#4 LinkedIn Digital Mafia
People who (actually) have something to say — and say it — on LinkedIn.
The real reasons why most e-commerce businesses fail.
Aniket named five very common reasons why eCommerce businesses fail. We’ll add a very important sixth.
6. They have no product-market fit.
Whatever it is they offer, it’s not compelling enough, so there is no demand for it. People often fail trying to create something new and interesting. But the reality is different as most of the innovations offer no benefits or just aren’t interesting enough.
Yes, there’s a chance that maybe you’ll create something unique that people want and your business will explode. But in 9 out of 10 cases it will collapse and result in you losing money.
The mistake people often make is this: they try to reinvent the wheel to find something that’s going to work, without having the evidence that it will work.
The safest approach is to find a problem that hasn’t been solved yet. Then create a product that is going to fill that gap.
In the end, you can try to create a demand for a product through marketing activities, but more often than not it wont work, no matter how hard you try.
Honesty is the best policy that any company can have.
There are a lot of companies that don’t have their client’s best interests at heart. And this saddens us a lot. The main goal of any business is to make money, but not at the expense of the client.
Lying to your clients just to extract more profit is not only morally wrong but will also lead to unhappy customers and a bad reputation that can really hurt your brand.
Our company is radically honest with our clients. If we don’t think that we can produce good results with a certain brand, we have an honest talk with them. It’s better to explain the real situation than to promise something that you cannot achieve.
Sticking to your word and giving your clients the best service that you possibly can is the key to healthy, and long-term relationships with your clients.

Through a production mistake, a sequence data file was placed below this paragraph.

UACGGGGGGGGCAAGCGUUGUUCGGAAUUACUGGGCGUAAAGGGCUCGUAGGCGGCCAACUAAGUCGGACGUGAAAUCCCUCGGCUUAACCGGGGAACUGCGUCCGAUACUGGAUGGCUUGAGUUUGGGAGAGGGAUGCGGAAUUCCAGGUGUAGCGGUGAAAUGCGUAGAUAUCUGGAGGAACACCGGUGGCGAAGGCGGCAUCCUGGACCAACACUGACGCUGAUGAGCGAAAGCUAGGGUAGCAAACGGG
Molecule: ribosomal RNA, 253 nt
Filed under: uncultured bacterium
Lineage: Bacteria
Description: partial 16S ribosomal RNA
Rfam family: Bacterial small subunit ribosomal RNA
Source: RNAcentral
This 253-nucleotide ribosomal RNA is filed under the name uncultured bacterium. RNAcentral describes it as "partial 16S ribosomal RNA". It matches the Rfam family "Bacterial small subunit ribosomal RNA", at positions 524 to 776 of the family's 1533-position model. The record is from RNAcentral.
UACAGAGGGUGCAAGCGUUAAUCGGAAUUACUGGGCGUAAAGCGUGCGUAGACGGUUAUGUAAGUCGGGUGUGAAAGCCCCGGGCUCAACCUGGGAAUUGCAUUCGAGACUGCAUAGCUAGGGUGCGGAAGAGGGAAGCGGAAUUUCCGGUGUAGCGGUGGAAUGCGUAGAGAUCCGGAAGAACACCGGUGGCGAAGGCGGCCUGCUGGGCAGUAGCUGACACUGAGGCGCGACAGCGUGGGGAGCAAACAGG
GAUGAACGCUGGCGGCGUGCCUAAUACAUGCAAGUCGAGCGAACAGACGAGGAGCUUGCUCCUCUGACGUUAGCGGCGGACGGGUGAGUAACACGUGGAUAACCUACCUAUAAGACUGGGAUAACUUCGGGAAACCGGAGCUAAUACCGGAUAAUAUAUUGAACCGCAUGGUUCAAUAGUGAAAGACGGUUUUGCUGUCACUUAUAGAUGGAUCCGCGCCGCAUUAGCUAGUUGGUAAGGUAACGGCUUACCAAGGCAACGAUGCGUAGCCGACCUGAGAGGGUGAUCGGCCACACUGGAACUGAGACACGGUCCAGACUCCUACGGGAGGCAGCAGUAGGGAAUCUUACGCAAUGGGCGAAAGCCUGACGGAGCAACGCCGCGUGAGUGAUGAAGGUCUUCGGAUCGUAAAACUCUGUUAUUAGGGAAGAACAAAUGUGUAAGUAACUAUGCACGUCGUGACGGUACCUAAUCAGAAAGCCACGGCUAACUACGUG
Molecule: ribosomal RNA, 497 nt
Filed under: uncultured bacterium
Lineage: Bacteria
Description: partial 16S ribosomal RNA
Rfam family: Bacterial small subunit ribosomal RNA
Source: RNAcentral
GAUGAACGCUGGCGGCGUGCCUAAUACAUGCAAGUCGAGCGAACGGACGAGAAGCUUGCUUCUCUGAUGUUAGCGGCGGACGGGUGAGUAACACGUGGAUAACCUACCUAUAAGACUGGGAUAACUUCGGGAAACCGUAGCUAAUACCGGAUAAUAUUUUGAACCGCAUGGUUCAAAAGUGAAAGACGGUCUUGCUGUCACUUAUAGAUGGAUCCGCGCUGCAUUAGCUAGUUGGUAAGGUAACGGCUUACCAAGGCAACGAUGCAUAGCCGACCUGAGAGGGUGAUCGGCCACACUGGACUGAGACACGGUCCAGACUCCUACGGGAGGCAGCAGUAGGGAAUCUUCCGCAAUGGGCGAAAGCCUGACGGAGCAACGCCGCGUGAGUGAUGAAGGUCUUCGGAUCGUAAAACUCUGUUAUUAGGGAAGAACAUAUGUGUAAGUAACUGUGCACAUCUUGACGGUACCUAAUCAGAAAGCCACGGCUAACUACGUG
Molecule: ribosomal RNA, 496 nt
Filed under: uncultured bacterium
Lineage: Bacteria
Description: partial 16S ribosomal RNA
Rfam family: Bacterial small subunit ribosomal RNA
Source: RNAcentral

What The right way to grow your company?
The way a company evolves is by changing priorities. Your first goal is to sell and make money. Then you grow, and after a certain point, you can no longer control what’s happening because there is no process.
So, you need to take a step back and switch to building processes to make things more efficient. Then this creates a lack of progress because it strangles innovation. It works but in a very one-dimensional way with no new ideas coming up. Soon, people get comfortable and growth comes to a screeching halt.
This is when you need to switch back to building and doing new things, trying new projects, even being chaotic again.
Also, we hear people say this all the time, focus on your customers the rest will fix itself. Instead, we suggest you focus on your employees first.
Have discussions with your employees like you have interviews and surveys with your customers to understand how they feel. Unhappy employees are unproductive, and unmotivated. That is an atmosphere that can destroy your company.
Product development for e-commerce.
We agree with Lorenzo, e-commerce is far behind compared to SaaS when it comes to product development. That’s because it’s very inflexible. To develop a product for e-commerce you need a lot of time and resources.
However, there is a cheaper way to experiment with e-commerce, and that is pre-orders.
To use Lorenzo’s example: tell people that you will make new and stronger coffee and they can either pre-order it, or they can sign up and get it if the list reaches x number of people.
Product experiments are really expensive and probably not feasible in eCommerce, but pre-launch campaigns can serve as a proxy, and they can also work as a PR play.